Over the years, Checkpoint has introduced some rather obscure and useful features by exposing “kernel variables” that can be tweaked to change certain behavior. While this is not the most elegant solution, it involves the least amount of work because it requires no GUI changes. Modifying kernel variables is relatively straightforward once you know how. You perform the appropriate commands for your platform and reboot.
Let us assume that the kernel variable we want to modify is fw_allow_udp_port0. For the record, this particular variable allows packets to be sent from or to UDP port 0, which FireWall-1 normally drops. In order to allow these kinds of packets, we need to change the value of this parameter to 1. The value can be specified in decimal or hexadecimal (precede with an 0x for hexadecimal).
In general, you can substitute fw_allow_udp_port0 and 0x1 for the variable you want to modify and the value you wish to assign it, respectively.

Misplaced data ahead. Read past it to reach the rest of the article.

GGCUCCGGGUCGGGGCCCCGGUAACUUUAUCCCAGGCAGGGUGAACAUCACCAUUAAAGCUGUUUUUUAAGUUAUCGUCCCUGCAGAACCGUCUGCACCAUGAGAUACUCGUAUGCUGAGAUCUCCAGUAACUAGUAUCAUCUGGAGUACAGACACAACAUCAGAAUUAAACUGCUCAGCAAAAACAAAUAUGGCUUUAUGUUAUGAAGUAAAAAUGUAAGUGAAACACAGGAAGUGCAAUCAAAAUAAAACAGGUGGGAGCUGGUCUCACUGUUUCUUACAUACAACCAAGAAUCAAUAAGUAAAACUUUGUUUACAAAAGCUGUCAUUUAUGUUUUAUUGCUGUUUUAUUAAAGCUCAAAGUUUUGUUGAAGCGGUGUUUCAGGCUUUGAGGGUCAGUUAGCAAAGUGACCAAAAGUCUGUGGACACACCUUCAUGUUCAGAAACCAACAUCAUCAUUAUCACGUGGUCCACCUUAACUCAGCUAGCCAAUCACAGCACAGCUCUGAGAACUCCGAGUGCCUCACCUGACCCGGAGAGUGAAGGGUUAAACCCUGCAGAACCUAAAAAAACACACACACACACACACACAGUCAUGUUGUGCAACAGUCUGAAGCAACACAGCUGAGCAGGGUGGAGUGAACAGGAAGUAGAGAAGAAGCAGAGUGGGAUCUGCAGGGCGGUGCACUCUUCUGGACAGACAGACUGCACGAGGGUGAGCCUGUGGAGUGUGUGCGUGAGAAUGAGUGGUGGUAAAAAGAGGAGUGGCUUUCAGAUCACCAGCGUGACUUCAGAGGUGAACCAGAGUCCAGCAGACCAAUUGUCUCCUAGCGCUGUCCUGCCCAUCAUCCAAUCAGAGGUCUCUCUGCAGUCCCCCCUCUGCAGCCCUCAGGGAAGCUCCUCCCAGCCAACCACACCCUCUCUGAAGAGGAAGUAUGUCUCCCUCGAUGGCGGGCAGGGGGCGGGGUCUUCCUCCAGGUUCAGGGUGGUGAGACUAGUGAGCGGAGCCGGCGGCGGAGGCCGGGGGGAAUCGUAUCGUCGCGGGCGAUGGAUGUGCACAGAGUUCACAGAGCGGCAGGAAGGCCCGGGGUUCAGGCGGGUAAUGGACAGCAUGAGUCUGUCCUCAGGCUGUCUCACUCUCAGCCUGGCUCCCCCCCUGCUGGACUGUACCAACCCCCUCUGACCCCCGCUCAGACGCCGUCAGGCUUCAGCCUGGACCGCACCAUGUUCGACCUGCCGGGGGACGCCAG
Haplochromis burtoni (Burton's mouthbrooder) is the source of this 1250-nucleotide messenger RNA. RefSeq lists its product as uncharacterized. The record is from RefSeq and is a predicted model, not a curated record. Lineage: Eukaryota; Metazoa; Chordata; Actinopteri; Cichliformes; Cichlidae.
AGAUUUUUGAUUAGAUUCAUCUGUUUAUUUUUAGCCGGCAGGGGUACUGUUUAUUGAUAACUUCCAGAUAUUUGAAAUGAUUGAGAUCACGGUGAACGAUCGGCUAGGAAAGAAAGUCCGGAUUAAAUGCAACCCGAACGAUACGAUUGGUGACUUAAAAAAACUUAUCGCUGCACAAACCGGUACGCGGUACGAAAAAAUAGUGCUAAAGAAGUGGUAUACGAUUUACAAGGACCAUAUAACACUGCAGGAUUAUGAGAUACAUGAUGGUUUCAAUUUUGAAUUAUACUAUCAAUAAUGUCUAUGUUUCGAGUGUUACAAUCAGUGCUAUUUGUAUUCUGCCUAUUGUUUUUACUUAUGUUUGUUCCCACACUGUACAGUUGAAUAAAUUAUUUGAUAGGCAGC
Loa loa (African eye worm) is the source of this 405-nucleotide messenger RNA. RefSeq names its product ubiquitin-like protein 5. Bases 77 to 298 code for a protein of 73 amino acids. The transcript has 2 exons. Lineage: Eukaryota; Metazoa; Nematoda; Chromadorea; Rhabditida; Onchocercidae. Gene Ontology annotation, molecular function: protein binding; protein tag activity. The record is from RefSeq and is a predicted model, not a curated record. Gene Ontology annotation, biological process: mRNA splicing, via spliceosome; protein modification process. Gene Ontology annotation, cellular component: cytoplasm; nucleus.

On Solaris machines, add the following line to the bottom of the /etc/system 9 file, and reboot:
On a Nokia IPSO system (VPN-1 Appliance or Nokia IPxxx), you need to use the modzap utility. See FAQ: Nokia – Obtaining the MODZAP Utility
You can then use the following command line to modify the fw_allow_udp_port0 parameter and reboot the system:
nokia[admin]# modzap _fw_allow_udp_port0 $FWDIR/boot/modules/fwmod.o 0x1
NOTE! On IPSO, all kernel variables begin with an underscore (_).
On a Linux platform, you simply add the following line to $FWDIR/boot/modules/fwkern.conf 4and restart FireWall-1 (no reboot required):
For Windows, there is no way to modify kernel variables without getting a special utility called _fwpatch_ from Check Point support. In some cases, it is possible to tweak registry settings.